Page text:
Rosie Andersen - Photograph Nick Ilott

I feel very fortunate to live in a lovely area of this beautiful County of Suffolk which is full of history, delightful scenery and bristling with a remarkable array of wildlife. 

The Suffolk coast is famous for its shape-shifting shoreline that gives rise to a feeling of constant change and impermanence.  Inland Suffolk contains numerous picturesque villages that nestle within a gently undulating landscape crossing which, are many rivers, streams and ditches.  Abbo, the chronicler of Saint Edmund described East Anglia as a ‘water-girdled’ land.

My passion is walking and being out in the countryside.  I love to explore the footpaths, the holloways and the old hedge and tree lined tracks of times past that would have connected the villages and churches.  I’m often scouring the Ordnance Survey maps in search of old lanes, moats, ridges and ‘grindles', on the look-out for new areas to explore and spot intriguing place, lane and track names that give clues to Suffolk’s fascinating past.  The County which is known as ‘Selig Suffolk’ (meaning ‘sacred’),  is also full of enchanting medieval churches, so you are never too far from history and the mysteries of former times where our imaginations can flourish.

‘Songs of the Trees’ has grown out of the many journeys I have made within this gentle county; from visiting mysterious places and ancient churches to observations within the woods; of wildlife and of walking in nature.

Being in nature can lift our spirits and is now promoted as a recognised way of dealing with worry, anxiety and depression. The character Aelfwynn loves to visit woods and trees because it makes her feel better. Her walk, her journey, becomes a metaphor for life and contains the mythical Jack-in-the-Green or the Green man who in this story can represent our relationship with nature/God/the Divine. Aelfwynn finds herself walking into a labyrinth and there she meets four trees who impart their gifts to her in the form of values/characteristics that will help her heal her sadness.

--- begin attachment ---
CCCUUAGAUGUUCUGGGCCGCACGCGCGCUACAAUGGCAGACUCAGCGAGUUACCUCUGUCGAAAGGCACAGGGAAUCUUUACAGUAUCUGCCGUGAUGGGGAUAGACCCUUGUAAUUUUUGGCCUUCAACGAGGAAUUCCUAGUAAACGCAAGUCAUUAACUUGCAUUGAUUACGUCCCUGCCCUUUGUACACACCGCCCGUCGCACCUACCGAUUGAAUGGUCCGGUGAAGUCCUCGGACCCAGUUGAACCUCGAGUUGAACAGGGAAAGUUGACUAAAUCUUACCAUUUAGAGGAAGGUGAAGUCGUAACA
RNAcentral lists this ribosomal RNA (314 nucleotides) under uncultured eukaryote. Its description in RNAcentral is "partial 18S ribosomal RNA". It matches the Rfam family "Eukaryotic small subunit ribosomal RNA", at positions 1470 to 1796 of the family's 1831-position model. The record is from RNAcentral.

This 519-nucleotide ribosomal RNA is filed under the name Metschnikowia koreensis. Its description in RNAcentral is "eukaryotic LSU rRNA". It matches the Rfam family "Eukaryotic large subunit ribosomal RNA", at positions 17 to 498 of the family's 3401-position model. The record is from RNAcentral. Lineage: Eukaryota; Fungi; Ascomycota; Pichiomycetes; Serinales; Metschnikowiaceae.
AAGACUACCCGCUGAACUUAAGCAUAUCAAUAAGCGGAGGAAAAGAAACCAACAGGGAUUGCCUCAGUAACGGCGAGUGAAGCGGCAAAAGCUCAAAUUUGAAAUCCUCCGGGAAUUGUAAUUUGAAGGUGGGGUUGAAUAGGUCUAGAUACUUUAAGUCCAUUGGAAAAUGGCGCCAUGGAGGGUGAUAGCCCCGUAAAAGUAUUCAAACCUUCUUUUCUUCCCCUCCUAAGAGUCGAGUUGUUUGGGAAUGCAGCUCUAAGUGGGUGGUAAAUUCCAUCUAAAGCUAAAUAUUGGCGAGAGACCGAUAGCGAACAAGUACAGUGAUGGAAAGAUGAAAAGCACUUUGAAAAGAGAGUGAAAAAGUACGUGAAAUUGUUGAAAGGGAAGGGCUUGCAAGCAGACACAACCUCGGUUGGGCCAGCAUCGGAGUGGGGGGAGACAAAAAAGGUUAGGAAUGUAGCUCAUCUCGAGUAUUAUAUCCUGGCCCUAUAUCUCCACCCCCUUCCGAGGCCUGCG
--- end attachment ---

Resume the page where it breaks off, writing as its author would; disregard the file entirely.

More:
I hope you enjoy reading ‘Songs of the Trees’ as much as I have enjoyed writing it. I hope too you will immerse yourself in the extraordinary illustrations by Paul Jackson to whom I am enormously grateful for both his outstanding talent and creativity but also our enriching collaboration. From that first moment two years ago, nervously reading the story to Paul in a cafe in Norwich, gauging his reaction, and to his making a start on the first illustration, I knew that Aelfwynn was in safe hands. Paul understood exactly what I was trying to portray through the symbology and metaphor of Aelfwynn’s journey into the woods and labyrinth - he just ‘got it!’  

The illustrations themselves are a journey too.   Look very carefully ………… you will be amazed at what you find!

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